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Kinova

Application to configure and control a robotic arm

About the company and the project

Kinova is a canadian technology company that manufactures service robotics platforms and applications for personal assistance.

I was hired by Kinova to design the application used to configure and control a new generation of robotic arm. Originally Kinova's robotic arm was designed to assist people with disabilities. It is now also used for industrial applications or in research.

Information architecture

As the application had to a support a lot of different features for different types of users, we started by working on the information architecture.

First we identified the “top tasks” of the app (inspired by Gerry McGovern's Top Tasks methodology. We ordered features by frequency of use and type of users. Based on this work, we defined the main sections of the application.

Kinova features evaluation table

Features evaluation

Kinova features evaluation table

High level application map

UX design

In order to increase stakeholders involvement in the project, I like to work iteratively and do more reviews. I start by doing high level wireframes based on the main user journeys. This helps me to discuss the direction for the upcoming design work. Then, I start working on more detailed wireframes of the user interfaces.

In the case of a complex application, like Kinova's, wireframes were especially helpful, they allowed us to validate multiple aspects of the system and iterate quickly before thinking too much about the visual design of the interfaces. Then, once finalized the wireframes beacame an important part of the specification documents for the development and design work.

Kinova wireframe

High level wireframe

Kinova high level wireframe

More detailed wireframes

Visual design and responsive design

Although wireframes really helped to define the system, front-end developers needed visual mock ups to guide their development work.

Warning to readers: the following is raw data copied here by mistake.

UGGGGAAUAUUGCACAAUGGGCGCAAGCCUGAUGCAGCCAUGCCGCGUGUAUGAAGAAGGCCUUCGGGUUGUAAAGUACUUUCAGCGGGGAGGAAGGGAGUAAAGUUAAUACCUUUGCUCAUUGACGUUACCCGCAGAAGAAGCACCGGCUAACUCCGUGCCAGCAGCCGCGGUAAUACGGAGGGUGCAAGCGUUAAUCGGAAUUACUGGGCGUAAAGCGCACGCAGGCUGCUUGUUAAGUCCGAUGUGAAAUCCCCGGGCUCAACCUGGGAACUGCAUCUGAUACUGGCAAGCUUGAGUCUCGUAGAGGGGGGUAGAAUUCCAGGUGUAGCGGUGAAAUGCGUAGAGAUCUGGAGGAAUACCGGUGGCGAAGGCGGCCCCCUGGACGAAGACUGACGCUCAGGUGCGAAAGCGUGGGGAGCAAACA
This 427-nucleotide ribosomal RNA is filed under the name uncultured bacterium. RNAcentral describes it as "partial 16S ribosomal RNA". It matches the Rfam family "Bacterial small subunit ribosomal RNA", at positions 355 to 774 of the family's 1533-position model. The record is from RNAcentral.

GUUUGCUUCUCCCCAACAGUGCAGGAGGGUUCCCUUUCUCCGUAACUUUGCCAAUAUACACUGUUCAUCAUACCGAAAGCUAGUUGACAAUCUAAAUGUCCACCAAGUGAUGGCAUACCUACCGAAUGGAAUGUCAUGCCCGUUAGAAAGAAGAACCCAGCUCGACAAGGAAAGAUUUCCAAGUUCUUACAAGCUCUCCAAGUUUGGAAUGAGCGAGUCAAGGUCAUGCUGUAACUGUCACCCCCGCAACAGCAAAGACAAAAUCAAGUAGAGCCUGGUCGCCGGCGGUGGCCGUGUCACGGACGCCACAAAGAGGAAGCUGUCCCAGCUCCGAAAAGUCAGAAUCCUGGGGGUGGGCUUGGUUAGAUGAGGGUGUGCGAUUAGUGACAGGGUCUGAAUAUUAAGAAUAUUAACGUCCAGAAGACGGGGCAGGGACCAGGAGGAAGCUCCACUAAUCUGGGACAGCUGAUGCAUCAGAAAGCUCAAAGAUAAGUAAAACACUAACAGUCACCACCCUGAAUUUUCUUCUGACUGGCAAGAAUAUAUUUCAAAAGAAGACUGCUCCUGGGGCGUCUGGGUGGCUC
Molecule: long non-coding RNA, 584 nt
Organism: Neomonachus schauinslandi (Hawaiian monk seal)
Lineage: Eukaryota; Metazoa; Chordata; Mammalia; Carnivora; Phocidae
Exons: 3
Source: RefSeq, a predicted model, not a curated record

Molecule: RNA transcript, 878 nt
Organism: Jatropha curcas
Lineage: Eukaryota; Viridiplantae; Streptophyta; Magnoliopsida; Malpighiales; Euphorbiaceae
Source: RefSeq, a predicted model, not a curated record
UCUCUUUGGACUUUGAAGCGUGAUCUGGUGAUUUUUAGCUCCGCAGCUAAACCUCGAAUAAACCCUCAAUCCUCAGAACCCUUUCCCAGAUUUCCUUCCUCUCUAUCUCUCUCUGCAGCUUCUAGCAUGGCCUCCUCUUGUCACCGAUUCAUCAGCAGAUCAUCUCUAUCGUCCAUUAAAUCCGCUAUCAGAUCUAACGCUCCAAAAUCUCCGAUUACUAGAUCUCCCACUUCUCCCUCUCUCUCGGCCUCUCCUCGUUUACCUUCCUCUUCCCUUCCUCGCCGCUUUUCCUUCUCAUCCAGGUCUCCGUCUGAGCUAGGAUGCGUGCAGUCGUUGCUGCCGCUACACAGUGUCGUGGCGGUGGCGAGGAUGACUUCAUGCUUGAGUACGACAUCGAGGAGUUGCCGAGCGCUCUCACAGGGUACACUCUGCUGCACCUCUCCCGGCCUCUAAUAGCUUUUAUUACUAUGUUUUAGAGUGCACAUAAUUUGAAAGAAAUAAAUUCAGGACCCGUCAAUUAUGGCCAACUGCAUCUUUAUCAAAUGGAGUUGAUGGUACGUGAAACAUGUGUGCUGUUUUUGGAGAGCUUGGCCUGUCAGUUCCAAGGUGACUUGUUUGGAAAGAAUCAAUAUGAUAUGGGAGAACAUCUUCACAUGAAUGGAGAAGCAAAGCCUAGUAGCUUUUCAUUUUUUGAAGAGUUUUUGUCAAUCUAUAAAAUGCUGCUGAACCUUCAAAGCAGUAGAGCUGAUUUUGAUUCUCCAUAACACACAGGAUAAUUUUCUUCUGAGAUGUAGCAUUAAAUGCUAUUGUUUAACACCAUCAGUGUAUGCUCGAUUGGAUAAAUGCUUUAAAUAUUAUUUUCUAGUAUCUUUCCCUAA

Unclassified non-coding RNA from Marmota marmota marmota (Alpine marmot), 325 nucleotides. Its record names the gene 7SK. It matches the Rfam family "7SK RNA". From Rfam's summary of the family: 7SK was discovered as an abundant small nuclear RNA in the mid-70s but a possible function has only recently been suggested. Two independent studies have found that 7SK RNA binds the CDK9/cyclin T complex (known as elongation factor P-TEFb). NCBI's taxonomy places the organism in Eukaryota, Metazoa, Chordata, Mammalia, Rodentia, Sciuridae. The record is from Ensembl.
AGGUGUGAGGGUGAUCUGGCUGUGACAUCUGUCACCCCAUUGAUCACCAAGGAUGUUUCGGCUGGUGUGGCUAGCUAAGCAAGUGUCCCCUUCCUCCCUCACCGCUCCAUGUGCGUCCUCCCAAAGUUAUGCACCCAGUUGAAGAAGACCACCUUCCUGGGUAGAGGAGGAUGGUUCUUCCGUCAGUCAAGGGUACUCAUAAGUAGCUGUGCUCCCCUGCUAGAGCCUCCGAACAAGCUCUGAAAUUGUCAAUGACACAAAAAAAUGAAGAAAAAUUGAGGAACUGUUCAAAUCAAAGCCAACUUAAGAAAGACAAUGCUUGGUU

Kinova's branding had just been revamped. I took advantage of the new and improved graphics standards to achieve the visual design of the user interfaces. The goal of user interface (UI) design is to design attractive, interactive and easy to use user interfaces. The skill draws from the disciplines of graphic design, web design, usability, information design, and communication.

The system also had to be “responsive”, which means that the content had to adapt gracefully to various screen sizes. I documented the interfaces in the desktop and mobile format and then worked with the front-end developer for the in-between formats. In the past I have coded responsive websites (I have done a few contracts as a front-end developer), knowing how a responsive interface is built, help me to design more efficient responsive interfaces as well as to better communicate with he developers in charge of building the interfaces.

Virtual joystick, desktop UI design

Virtual joystick, mobile UI design

Takeaways

I really enjoyed working with the application team at Kinova. It is a very dynamic company in a very innovative industry (robotics). Even if my team was not working on the robotic arm itself, we had a lot of interactions with the other teams as we needed to understand all the specifics of the robot to make sure the app was working smoothly with it.

This experience helped me strengthen my adaptation skills to very dynamic and technologic work environments. I have gained experience in presenting the values of user centred design and leading a design process with more technical teams. It was also a good opportunity to refine my UI design skills. The managers were pretty happy with my contributions and they extended my contracts at several occasions.